Setup and Maintenance of the Chest Drainage System
Insertion and Maintenance of Intravenous Linesp. 453
The Principles of Intravenous Therapy
Intravenous Fluid Properties
Locating Acceptable Sites for Intravenous Needle Placement
Complications of Intravenous Therapy
Maintenance of Intravenous Infusions
Drip Rate Calculations
Supplies Needed for Intravenous Cannulation
Venipuncture Procedure
Maintenance of Intravenous Infusions
Discontinuing Intravenous Therapy
Intra-Aortic Balloon Pumpingp. 471
Cardiac Anatomy
Cardiac Physiology
Cardiac Pathology
Fundamental Principles of IABP Therapy
Noninvasive Positive-Pressure Ventilationp. 495
Definition of Noninvasive Positive-Pressure Ventilation
Indications for Noninvasive Positive-Pressure Ventilation
Assessment of the Patient for Noninvasive Positive-Pressure Ventilation
Patient-Ventilator Interface In Noninvasive Positive-Pressure Ventilation
Hazards and Complications of Noninvasive Positive-Pressure Ventilation
How Resistance and Compliance Affect Noninvasive Positive-Pressure Ventilation
Modes of Noninvasive Positive-Pressure Ventilation
Supplemental Oxygen Delivery
Patient Monitoring
Patient Assessment for NPPV
Assembly and Testing of the Ventilator
Mask Selection
Ventilator Settings
Patient Monitoring
Patient Charting
Continuous Mechanical Ventilationp. 513
What is Continuous Mechanical Ventilation?
Indications for Mechanical Ventilation
Criteria for Mechanical Ventilation
Modes of Mechanical Ventilation
Hazards and Complications of Mechanical Ventilation
Assessing the Patient for Mechanical Ventilation
Equipment Requirements
Establishing Ordered Ventilator Settings
Special Ventilatory Functions
Monitoring the Patient-Ventilator System
Documentation of Ventilator Settings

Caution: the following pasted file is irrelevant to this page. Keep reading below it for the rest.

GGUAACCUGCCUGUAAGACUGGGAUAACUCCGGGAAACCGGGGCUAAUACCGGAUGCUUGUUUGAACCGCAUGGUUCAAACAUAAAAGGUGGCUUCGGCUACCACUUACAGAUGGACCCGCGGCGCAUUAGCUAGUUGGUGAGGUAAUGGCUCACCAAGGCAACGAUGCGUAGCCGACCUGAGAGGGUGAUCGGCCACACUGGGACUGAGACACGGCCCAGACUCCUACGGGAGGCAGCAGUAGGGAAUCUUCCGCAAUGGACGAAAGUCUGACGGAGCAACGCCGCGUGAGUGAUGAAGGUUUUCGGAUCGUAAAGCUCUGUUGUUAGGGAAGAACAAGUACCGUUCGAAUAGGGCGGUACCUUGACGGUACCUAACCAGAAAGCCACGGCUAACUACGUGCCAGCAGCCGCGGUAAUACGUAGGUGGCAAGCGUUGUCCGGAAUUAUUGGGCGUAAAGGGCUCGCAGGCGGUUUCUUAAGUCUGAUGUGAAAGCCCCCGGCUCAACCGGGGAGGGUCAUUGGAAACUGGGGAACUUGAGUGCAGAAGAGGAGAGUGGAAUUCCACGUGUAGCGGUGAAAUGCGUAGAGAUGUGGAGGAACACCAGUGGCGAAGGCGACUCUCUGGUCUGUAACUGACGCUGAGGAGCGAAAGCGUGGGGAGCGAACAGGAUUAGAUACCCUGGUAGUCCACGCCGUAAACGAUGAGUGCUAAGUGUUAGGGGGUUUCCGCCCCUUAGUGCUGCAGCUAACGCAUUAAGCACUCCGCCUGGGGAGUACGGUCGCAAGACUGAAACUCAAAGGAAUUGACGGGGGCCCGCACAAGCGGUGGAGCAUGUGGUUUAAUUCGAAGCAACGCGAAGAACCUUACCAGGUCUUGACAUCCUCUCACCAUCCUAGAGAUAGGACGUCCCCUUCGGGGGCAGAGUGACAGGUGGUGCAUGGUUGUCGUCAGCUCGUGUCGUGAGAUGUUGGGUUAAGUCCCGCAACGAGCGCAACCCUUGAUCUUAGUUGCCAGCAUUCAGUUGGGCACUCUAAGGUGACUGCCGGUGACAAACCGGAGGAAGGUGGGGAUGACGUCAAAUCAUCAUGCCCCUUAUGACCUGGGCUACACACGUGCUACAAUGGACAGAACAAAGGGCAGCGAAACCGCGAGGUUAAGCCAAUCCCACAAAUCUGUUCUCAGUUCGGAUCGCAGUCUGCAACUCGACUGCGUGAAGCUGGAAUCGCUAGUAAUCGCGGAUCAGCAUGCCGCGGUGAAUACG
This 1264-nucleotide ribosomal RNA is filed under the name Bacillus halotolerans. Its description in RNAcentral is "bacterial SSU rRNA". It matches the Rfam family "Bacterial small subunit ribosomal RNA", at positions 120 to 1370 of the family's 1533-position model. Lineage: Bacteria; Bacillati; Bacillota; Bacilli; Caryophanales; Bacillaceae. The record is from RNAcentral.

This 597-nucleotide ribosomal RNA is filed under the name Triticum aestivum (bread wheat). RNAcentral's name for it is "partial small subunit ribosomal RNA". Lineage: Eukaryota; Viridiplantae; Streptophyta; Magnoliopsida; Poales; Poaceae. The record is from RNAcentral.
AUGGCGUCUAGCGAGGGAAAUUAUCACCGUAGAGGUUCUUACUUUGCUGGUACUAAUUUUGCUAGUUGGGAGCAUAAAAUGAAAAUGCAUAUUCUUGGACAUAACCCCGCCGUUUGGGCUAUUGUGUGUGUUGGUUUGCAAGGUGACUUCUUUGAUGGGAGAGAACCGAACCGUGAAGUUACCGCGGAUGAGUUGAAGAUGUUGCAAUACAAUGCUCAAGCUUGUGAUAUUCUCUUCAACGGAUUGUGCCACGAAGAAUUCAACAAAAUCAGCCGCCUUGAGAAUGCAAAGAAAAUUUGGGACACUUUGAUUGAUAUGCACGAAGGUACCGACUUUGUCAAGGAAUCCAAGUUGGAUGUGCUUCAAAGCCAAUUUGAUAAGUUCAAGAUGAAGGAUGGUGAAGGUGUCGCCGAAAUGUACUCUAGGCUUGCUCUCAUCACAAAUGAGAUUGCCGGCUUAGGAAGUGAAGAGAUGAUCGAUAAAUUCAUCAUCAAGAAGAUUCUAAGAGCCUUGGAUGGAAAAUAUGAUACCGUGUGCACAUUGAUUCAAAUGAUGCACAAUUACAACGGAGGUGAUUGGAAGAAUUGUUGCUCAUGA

Documentation of Patient Values
Changing a Ventilator Circuit
Special Ventilatory Proceduresp. 581
Physiological Effects of PEEP and CPAP
Weaning Methods and Modes of Mechanical Ventilation
Specialized Monitoring Procedures
Static and Dynamic Pressure-Volume Curves
Criteria for Weaning
Physiological Effects of Weaning
Positive End-Expiratory Pressure
Continuous Positive Airway Pressure
Initiation of CPAP and PEEP
PEEP Trial
Intermittent Mandatory Ventilation
Initiation of IMV or of IMV with CPAP
Pressure Support
Flow Triggering
Measurement of V[subscript D]/V[subscript T]
Measurement of Static and Dynamic Pressure-Volume Curves
Measurement of Spontaneous Parameters
Wave form Analysisp. 643
Common Wave Forms
Wave Form Morphologies
Analysis of Specific Wave Forms
Wave Form Interpretation
Clinical Criteria for Appropriate Wave Form Selection
Newborn Mechanical Ventilationp. 657
Basics of Newborn Mechanical Ventilation
Indications for Mechanical Ventilation in the Newborn
Underlying Conditions That May Contribute to Respiratory Failure
Newborn Ventilatory Support Concepts
Hazards and Complications of Newborn Mechanical Ventilation
Assessing the Need for Mechanical Ventilation
Equipment Requirements
Establishing Ordered Ventilator Settings
Patient Monitoring and Assessment
Ventilator Monitoring
Answers to Self-Evaluation Post Testsp. 681
Glossaryp. 683
Indexp. 695
Table of Contents provided by Syndetics. All Rights Reserved.

Rewards Program

Write a Review